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Get certified with a halal audit checklist

With the halal audit checklist for the Muslim Community, you can guarantee that your business follows the necessary guidelines and standards. Conduct regular audits with digital checklists and the mobile app to ensure proper status at all times and receive certification.

What is halal and why do you need a halal audit checklist?


“Halal” means “permitted,” in contrast to “haram,” which is forbidden. In general, if the Quran or Hadith doesn’t explicitly forbid something, then it’s considered halal. This doesn’t simply apply to food, but to all products and practices an observant Muslim uses throughout their day. It includes medicines and medical devices, as well as cosmetics and toiletries. It also includes services such as marketing, packaging, branding, logistics, and finance. Loaning money at interest is haram, for instance.


It can be difficult to know what products are properly halal. For instance, M&M’s candies are haram. A halal audit checklist can help you keep everything in a clean and wholesome state. Observant Muslims want to make sure that everything they consume is “Halalan Toyyiban,” or permissible and wholesome. Products are certified halal by different certification agencies, which check to make sure that only permissible products and personnel come into contact with the items to be certified.

In this article, the following points are explained:


1. Get part of the halal food market with reliable audits


2. What things are haram and must be kept away from halal premises


3. Who determines what should be on the halal audit checklist


4. A digital tool for halal food certification

Get part of the halal food market with reliable audits


The halal industry is one of the biggest and fastest-growing in the world today. As of March 2020, it’s worth an estimated $2.3 trillion globally (not counting Islamic finance) and growing at a rate of 20% per year. Considering that Muslims make up about 28.26% of the world population (2.8 billion people), the halal industry will only get bigger with time.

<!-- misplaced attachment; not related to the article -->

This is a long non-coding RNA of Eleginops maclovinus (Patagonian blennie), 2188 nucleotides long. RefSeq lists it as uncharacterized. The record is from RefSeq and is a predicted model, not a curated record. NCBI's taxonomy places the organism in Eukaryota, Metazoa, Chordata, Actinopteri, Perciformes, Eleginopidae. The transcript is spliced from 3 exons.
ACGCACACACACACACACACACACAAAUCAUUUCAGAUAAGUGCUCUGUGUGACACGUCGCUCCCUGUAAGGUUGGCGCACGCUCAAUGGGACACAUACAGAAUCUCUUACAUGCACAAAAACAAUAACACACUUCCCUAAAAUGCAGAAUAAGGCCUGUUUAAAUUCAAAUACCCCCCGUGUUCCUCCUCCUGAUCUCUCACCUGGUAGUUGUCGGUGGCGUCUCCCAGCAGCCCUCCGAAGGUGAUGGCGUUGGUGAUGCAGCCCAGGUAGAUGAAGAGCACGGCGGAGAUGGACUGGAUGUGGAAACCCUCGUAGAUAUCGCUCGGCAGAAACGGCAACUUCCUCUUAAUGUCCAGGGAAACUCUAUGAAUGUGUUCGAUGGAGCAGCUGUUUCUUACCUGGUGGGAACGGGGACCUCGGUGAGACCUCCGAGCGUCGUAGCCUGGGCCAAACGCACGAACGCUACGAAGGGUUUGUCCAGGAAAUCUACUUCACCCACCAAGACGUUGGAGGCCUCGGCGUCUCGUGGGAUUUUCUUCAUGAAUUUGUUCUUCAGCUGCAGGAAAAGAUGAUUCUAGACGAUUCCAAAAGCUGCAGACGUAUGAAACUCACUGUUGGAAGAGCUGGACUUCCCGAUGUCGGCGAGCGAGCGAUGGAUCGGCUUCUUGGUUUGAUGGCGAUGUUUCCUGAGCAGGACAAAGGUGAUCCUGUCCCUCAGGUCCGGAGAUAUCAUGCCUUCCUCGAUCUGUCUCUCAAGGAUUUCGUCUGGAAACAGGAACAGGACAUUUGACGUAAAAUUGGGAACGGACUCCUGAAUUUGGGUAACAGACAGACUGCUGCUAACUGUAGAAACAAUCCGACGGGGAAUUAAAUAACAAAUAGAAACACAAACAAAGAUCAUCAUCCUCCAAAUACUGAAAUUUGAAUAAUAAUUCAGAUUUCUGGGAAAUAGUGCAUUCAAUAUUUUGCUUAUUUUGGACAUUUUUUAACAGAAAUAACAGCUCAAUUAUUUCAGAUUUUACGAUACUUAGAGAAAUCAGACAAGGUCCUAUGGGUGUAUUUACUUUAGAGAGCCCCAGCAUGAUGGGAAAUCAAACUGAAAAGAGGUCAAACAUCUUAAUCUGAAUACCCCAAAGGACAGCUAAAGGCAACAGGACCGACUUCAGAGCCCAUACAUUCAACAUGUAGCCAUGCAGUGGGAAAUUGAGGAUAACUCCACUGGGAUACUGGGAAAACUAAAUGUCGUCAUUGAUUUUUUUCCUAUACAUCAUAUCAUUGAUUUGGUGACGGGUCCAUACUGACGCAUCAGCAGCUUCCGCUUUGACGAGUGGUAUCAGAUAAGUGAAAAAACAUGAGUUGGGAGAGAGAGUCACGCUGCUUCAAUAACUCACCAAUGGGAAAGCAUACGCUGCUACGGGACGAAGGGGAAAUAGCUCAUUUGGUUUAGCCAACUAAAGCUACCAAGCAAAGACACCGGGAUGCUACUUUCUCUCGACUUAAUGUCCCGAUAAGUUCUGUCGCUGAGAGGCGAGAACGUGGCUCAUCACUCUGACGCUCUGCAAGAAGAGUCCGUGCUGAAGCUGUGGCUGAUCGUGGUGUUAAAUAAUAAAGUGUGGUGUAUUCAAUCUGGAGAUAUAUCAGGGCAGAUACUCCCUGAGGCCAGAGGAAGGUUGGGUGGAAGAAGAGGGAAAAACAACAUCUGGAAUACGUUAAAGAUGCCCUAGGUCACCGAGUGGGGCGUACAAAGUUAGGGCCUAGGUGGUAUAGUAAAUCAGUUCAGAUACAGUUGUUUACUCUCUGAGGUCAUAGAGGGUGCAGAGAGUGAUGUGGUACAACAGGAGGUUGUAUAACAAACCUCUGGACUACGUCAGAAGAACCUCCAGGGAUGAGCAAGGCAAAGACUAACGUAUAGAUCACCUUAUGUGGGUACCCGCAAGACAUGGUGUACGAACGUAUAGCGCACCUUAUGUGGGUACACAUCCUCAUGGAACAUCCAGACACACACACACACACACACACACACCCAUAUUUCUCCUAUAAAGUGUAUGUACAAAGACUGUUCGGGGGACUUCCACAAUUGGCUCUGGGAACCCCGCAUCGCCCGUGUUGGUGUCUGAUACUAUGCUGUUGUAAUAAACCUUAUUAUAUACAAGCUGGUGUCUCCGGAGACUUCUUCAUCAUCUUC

The global halal food market by itself is growing at an estimated 8.14% every year. In fact, Muslims are underserved in many countries. In the United States, Muslims spend an estimated $16 billion a year buying kosher products because they can’t get properly-certified halal food.


A halal audit checklist can help your company navigate the complexity of halal requirements and get ready for a visit from a halal certification agency. There are three levels of halal certification.


A product may be certified as halal; for instance, a halal sausage could be sold at the supermarket alongside all the other sausages.


Factories and production facilities may be certified so that things produced there are halal. The entire premises don’t need to be certified – only a certain portion of the facility might be certified halal. Or the facility might be brought up to halal standards only on certain days. To do this, all smell, taste, and color of potentially haram objects must be removed from all the equipment and surfaces. An internal halal audit checklist can be beneficial here.


Retail premises can also be certified halal, so that everything made and sold there is halal.

What things are haram and must be kept away from halal premises?


There can be some disagreement as to whether a product is halal or not. For instance, some scholars consider shellac haram since it comes from insect secretion. Others consider it halal since all traces of insect matter is removed before the shellac is used. On the other hand, the popular coloring natural red 4, or E120, is always haram since it’s made from insects.


Keeping your premises in a purified halal state is an ongoing process. You need to document and record your sanitation processes and prevent cross-contamination, which might come from seemingly innocuous sources. A halal audit checklist is a helpful tool to help you find non-compliant items and take action to remove them.